The words “My God, my God, why have you forsaken me?” are a direct quote from Psalm 22. This psalm refers to someone who is oppressed and suffering and feels neglected by God. He cries out to God for deliverance and for a sense of God’s presence. Beginning with verse 22, such deliverance and presence of God are both promised and experienced. Often, Jews in Jesus’ day would quote the beginning of a psalm while intending to refer to the entirety of the song. The psalm ends with not just hope but promise; not with just  possibility but with God’s redeeming presence. If Jesus was referring to the entire psalm and its message, then this “saying from the cross” should be interpreted as his trust that amid unimaginable suffering God was still his Abba. After all, another “saying from the cross” is “Father, into your hands I commend my spirit.” That saying also is a word for word quote, with one exception, from a psalm (Psalm 31:5) which celebrates a deliverance from one’s enemies. The exception to that being a word for word quote from Psalm 31 is the word “Father.” Even in torment and facing death, the Son trusts the Father who has not abandoned him. 

The second option, which can be interpreted as being complementary to the first, reflects the theology of the early church fathers. Gregory of Nazianzus perhaps states the theological concept most succinctly: “That which He (Jesus as the Son of God and part of the Trinity) has not assumed he has not healed.” The early church father asserted that God became human so that we could become God (Not God in the absolute sense but as “partakers of the divine natures” See II Peter 1:4). For this to happen, God must take into the divine self all the sin, evil, suffering, injustice, hopelessness, finitude, and mortality of this world. What Jesus experienced on the cross was the pain, helplessness, and hopelessness we humans have endured (some, of course, more than others). Jesus on the cross became one of the most vulnerable humans ever to live and suffer on this earth, and he endured that fate with trust and love even for those crucifying him. We must not forget that other saying from the cross: “Father, forgive them for they don’t know/understand what they are doing.” In those words, we see God praying to God for forgiveness if we believe in the incarnation—that Jesus reveals the character and nature of God!)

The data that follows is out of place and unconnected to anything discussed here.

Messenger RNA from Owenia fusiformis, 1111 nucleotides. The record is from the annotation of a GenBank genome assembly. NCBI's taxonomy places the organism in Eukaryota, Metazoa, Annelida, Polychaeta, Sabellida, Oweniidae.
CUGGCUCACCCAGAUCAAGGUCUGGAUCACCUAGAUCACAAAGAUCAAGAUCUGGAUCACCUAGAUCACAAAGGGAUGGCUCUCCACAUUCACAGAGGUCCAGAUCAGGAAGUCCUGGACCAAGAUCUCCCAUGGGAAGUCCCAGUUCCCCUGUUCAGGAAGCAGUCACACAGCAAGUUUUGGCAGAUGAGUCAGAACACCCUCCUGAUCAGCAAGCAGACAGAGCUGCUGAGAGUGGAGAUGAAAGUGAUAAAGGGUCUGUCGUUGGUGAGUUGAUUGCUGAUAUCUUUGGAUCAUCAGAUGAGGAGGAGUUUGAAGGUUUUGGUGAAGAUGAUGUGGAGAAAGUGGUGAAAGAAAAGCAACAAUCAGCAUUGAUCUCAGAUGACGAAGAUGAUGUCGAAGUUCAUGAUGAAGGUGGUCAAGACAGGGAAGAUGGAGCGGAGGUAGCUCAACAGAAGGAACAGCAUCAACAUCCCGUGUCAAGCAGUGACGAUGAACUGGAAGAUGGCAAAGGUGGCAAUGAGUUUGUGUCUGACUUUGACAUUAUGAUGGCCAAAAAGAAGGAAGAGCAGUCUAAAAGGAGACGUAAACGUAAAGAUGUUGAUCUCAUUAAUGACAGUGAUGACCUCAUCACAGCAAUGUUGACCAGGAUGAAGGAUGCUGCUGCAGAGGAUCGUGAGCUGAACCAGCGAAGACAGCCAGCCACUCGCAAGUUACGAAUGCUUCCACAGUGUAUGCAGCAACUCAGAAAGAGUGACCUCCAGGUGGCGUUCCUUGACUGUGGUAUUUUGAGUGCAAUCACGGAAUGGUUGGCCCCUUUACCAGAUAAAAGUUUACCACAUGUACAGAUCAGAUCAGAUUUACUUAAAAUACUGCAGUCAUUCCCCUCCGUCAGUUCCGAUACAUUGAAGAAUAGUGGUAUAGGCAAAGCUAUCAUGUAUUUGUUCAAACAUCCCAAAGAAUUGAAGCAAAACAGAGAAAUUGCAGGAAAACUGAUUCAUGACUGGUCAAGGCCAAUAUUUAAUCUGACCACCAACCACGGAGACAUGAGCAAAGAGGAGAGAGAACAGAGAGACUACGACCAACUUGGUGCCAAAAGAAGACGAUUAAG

If Jesus was both fully God and fully human, I think we can assume that his torment on the cross was real. He trusted that God would have the last word for his life poured out in love for this world. But in the agony of excruciating pain, he too felt abandoned just like many of us would in lesser situations. The early church fathers said that because he experienced that helplessness and hopelessness, he/God was able to take into the divine self even that horrible abyss of despair and thus commit Herself to heal and restore the worst of human conditions. I think we need to affirm what Jesus the man would have felt with four-inch spikes hammered into his hands and feet and suspended for hours gasping for breath before death mercifully took him while asserting with Paul that God was in Christ reconciling the world unto the Divine Self. God did not abandon Her Son. She, like a compassionate mother, felt his pain and confirmed his suffering and death as the ultimate revelation of God’s unconditional, indiscriminate, self-giving, nonviolent, everlasting love. The cross did not assuage the wrath of God. It did not pacify an angry God. It revealed the heart of God and the profound truth that only self-giving, nonviolent, and unending love can ultimately heal and mend this world. As William Willimon so wisely observed, “Christian love is not a stupid unwillingness to look at the world as it is. It is the recognition that, because the world is as it is, nothing less than love will do.” The character and depths of that love were first revealed on Good Friday 2000 years ago. God was in Christ loving this world into its healing. God was not in heaven with Her back turned on Her beloved Son. That’s why theologian Jurgen Moltmann speaks of “the crucified God.”